Donovan, Atlantis . . . It’s worth reading about this great song, how the various record company people on either side of the pond debated it as being either an A- or B-side, thinking its spoken-word early part would not resonate. But as often happens, the execs didn’t properly read how the public hears or otherwise accepts things that the so-called experts deem to not be of value. In short, it became a hit, and justifiably so.
Flash and The Pan, Atlantis Calling . . . Well, I just had to play this after playing the Donovan track. And, as listeners/followers of the show know, Flash and The Pan remains one of my favorite bands. I won’t drone on, OK maybe just a bit, about how Harry Vanda and George Young, the brains behind the band, produced early AC/DC records, with George Young being the older brother to AC/DC’s Angus and Malcolm Young.
Streetheart, Can You Feel It . . . I originally had this rocker pegged for my debut So Old It’s New ‘2” show this past Saturday which featured kick-ass hard-rocking tunes but given the nature of much of what I played, I took it out as not ‘hard’ enough to fit the theme. It could have, still, but anyway I went with a different lineup so here it comes at you tonight.
The Yardbirds, A Certain Girl . . . I’ll be honest. I actually prefer Warren Zevon’s cover of this to the Yardbirds’ version but I’ll admit it’s also perhaps a production thing, 1960s to 70s-early 80s achievable sounds, akin to Aerosmith maybe doing a better job on Train Kept A Rollin’ than did the Yardbirds. Then again, the guitar solo just kicked in so dismiss everything I just said and besides, given Clapton was in the Yardbirds, it sets up the next song, which was my intention in the first place.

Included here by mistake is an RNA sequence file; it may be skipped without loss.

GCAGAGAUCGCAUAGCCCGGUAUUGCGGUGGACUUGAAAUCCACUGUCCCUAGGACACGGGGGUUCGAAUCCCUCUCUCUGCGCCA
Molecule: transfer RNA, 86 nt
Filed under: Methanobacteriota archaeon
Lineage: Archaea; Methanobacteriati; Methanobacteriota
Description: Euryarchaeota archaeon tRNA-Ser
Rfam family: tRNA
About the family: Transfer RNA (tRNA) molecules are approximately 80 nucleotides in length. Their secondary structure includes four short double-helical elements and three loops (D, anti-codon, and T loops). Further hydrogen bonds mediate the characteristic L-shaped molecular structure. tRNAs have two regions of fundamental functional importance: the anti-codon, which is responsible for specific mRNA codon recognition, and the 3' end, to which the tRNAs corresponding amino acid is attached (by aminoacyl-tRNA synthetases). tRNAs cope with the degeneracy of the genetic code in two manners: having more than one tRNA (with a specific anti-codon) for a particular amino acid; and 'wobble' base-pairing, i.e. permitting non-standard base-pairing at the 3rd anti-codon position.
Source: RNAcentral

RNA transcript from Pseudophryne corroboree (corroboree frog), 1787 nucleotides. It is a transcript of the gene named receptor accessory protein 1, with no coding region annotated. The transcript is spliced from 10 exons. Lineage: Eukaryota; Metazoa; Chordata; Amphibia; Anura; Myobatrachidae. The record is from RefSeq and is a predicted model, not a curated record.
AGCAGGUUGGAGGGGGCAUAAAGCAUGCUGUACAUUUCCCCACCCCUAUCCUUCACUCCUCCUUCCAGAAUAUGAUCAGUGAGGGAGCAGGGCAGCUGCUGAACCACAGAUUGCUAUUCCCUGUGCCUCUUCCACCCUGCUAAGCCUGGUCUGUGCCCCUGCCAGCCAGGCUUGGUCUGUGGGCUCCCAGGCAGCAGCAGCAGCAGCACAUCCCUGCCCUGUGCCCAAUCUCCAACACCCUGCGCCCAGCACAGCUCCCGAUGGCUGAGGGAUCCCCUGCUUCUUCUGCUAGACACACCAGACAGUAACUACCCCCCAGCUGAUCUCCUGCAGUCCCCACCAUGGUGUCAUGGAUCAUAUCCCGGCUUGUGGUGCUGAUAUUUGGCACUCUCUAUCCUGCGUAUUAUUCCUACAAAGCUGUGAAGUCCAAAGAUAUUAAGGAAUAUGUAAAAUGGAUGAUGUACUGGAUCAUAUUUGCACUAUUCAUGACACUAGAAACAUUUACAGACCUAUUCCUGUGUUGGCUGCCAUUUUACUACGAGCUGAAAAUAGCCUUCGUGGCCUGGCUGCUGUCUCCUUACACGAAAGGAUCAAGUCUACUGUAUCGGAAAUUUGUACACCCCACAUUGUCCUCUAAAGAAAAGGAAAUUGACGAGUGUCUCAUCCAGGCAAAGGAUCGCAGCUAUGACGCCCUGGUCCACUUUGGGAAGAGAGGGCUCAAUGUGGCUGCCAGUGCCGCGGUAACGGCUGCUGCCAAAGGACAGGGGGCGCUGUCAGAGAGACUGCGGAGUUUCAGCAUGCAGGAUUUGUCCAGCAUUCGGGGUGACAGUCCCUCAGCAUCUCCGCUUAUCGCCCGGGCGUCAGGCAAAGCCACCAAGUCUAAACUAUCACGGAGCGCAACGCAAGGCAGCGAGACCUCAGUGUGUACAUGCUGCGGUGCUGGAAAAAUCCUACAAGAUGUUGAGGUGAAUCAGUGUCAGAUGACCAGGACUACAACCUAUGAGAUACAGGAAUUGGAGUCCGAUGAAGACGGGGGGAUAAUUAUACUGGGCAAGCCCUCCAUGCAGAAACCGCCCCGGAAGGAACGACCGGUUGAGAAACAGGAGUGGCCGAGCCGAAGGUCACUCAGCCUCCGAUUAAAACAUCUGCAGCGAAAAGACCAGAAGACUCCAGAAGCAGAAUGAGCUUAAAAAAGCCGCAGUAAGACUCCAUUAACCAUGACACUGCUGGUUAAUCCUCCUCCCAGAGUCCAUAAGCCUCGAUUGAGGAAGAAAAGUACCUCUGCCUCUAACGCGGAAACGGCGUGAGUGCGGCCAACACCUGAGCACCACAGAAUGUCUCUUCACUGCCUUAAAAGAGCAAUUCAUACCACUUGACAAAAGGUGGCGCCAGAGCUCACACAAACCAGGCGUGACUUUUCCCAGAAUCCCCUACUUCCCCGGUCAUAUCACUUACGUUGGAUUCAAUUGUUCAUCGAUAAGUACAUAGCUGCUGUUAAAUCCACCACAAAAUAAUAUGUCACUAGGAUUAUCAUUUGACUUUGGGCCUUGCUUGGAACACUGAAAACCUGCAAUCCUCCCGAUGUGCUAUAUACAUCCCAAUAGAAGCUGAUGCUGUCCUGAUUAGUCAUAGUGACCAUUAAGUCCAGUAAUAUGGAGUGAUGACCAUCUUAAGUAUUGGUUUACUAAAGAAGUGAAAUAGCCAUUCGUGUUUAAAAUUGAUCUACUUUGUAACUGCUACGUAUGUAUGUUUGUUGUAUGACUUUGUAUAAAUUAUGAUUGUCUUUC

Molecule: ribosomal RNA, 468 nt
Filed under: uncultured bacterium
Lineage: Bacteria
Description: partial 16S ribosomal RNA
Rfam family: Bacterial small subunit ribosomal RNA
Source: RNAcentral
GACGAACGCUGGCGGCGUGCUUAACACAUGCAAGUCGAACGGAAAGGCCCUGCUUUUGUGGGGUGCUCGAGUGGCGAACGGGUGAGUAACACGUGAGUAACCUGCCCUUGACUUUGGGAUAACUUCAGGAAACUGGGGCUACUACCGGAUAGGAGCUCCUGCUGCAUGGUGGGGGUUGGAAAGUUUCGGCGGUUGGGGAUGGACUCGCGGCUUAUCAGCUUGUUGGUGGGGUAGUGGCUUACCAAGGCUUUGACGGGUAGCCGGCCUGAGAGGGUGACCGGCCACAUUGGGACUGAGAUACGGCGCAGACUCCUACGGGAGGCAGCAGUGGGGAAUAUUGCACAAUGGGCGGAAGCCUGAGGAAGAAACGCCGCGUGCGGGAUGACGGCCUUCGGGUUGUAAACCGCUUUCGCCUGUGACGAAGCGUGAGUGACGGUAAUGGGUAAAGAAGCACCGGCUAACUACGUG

Eric Clapton, Next Time You See Her . . . A Certain Girl…Next Time You See Her…Get it? Oh, shut up, Bald Boy with your silly word play. Always loved this one, from Slowhand which, as I’ve said before when I’ve played stuff from it, is just a brilliant album, excellence personified track for track.
Neil Young, Come On Baby Let’s Go Downtown . . . Great song from Tonight’s The Night and another deliberate setup for my next tune.
Petula Clark, Downtown . . . I’ve always loved this song and forever will. One of the first songs I remember hearing, in 1964, age 5, along with early Beatles and Rolling Stones songs. Was a hit, of course, and this is a deep cuts show but as my mantra goes, So Old It’s New (with occasional long lost or unknown singles like the Sugarloaf song I played earlier) and to some or many, it may be new. Clark never matched Downtown commercially but she had lots of great stuff like I Know A Place, My Love and many more. Just a great singer, one of those you might listen to beyond Downtown and think, oh, that’s her?